Justice Michael Morgan’s announcement highlights the consequences of judicial elections on issues like abortion rights, voting, and gerrymandering.
North Carolina Supreme Court Justice Michael Morgan, one of only two Democrats on the state’s highest court, announced this week that he would not seek re-election in 2024.
Morgan was the only justice facing an election this cycle, but his announcement highlights the importance of judicial elections in the state, and what happens when they go unnoticed by voters.
These elections have become hyper-partisan in recent years and groups supporting both parties have poured lots of money and attention into the state’s judicial campaigns.
The 2022 midterms showed why.
Republicans won both open seats on the court last November, flipping the court from a 4-3 Democratic advantage to a 5-2 Republican majority.
The new court went right to work and quickly overturned two critical election-related cases it had decided just a few months earlier.
The court declared it had no authority to stop the Republican-controlled General Assembly from drawing partisan election maps that would tilt elections in the GOP’s favor.
And it said it also had no power to stop a voter ID law that multiple studies and several other courts said would disproportionately affect people of color.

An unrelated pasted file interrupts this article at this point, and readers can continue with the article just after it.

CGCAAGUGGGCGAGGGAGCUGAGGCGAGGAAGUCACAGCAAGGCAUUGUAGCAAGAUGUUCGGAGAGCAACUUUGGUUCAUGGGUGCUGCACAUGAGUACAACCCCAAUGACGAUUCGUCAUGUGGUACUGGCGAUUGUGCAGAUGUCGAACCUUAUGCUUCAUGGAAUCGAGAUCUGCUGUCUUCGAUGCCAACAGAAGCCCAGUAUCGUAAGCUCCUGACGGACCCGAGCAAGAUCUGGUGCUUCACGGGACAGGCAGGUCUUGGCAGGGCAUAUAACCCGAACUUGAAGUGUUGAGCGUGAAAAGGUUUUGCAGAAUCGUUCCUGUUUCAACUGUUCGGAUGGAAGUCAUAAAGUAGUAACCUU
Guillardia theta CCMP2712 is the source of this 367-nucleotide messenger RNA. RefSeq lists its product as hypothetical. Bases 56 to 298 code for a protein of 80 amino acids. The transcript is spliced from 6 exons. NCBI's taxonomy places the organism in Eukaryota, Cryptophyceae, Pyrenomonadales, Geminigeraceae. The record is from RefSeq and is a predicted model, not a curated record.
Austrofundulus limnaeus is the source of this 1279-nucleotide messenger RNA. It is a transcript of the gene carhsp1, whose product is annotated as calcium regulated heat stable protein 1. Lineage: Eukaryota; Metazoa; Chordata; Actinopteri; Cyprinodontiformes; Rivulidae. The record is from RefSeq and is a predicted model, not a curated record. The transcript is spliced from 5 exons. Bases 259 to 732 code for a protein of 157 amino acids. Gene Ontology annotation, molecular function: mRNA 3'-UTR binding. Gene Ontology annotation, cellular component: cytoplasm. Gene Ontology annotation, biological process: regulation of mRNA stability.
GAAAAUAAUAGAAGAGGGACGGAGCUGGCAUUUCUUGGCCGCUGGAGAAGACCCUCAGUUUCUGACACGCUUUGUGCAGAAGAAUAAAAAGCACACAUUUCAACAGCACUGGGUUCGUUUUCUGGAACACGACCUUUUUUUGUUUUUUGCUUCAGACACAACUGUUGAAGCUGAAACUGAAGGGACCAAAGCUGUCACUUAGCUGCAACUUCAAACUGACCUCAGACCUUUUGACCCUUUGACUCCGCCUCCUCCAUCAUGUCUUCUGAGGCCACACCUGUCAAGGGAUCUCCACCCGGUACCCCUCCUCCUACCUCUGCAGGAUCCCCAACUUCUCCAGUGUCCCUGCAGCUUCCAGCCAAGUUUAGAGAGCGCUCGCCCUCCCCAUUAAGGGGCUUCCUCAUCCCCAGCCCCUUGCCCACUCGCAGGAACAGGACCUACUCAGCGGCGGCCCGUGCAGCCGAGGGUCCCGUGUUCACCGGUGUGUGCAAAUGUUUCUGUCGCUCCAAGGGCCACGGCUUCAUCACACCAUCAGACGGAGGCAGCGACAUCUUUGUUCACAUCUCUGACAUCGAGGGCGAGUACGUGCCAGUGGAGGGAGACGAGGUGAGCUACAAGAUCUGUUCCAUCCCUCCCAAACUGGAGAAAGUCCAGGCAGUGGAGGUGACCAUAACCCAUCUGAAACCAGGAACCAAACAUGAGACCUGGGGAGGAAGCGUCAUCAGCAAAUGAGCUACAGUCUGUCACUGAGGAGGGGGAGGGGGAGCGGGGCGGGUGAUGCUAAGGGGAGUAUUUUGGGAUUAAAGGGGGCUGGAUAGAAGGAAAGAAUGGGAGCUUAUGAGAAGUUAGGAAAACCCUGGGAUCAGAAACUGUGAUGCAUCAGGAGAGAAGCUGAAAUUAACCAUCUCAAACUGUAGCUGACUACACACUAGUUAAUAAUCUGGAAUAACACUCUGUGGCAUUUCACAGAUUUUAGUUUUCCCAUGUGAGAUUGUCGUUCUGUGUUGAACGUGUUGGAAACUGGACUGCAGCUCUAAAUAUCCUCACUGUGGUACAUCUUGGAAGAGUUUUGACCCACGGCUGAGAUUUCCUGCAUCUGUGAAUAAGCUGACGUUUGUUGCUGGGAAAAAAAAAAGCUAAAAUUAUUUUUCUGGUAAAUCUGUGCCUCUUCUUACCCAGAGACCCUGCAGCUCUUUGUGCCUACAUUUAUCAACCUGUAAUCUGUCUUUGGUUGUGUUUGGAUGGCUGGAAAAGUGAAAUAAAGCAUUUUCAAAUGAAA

These reversals of the court’s previous rulings give the Republican-controlled General Assembly the ability to entrench their power, without checks or balances. Morgan, along with the other Democrat on the court, Justice Anita Earls, dissented in each case.
The new GOP-controlled court is also more likely than its predecessor to uphold North Carolina Republicans’ new 12-week abortion ban, should it face legal challenges.
It’s unclear who will run for Morgan’s seat.
State Supreme Court justices serve eight year terms, so the 2024 election won’t tip the balance of the court, but if Democrats lose the seat, it will take them many more election cycles to potentially win back control of the court.
Morgan was born in Cherry Point, North Carolina, and was one of five students to integrate the New Bern public school system, his court bio says. He graduated from the North Carolina Central University School of Law and has held several judgeships, including on the Wake County District Court and the State Superior Court.
“I’ve relished the challenge of making contributions to the rule of law which are fair, correct and enduring,” Morgan told WRAL Thursday. “And I would hope that I’ll be remembered as a faithful servant of the people of North Carolina.”
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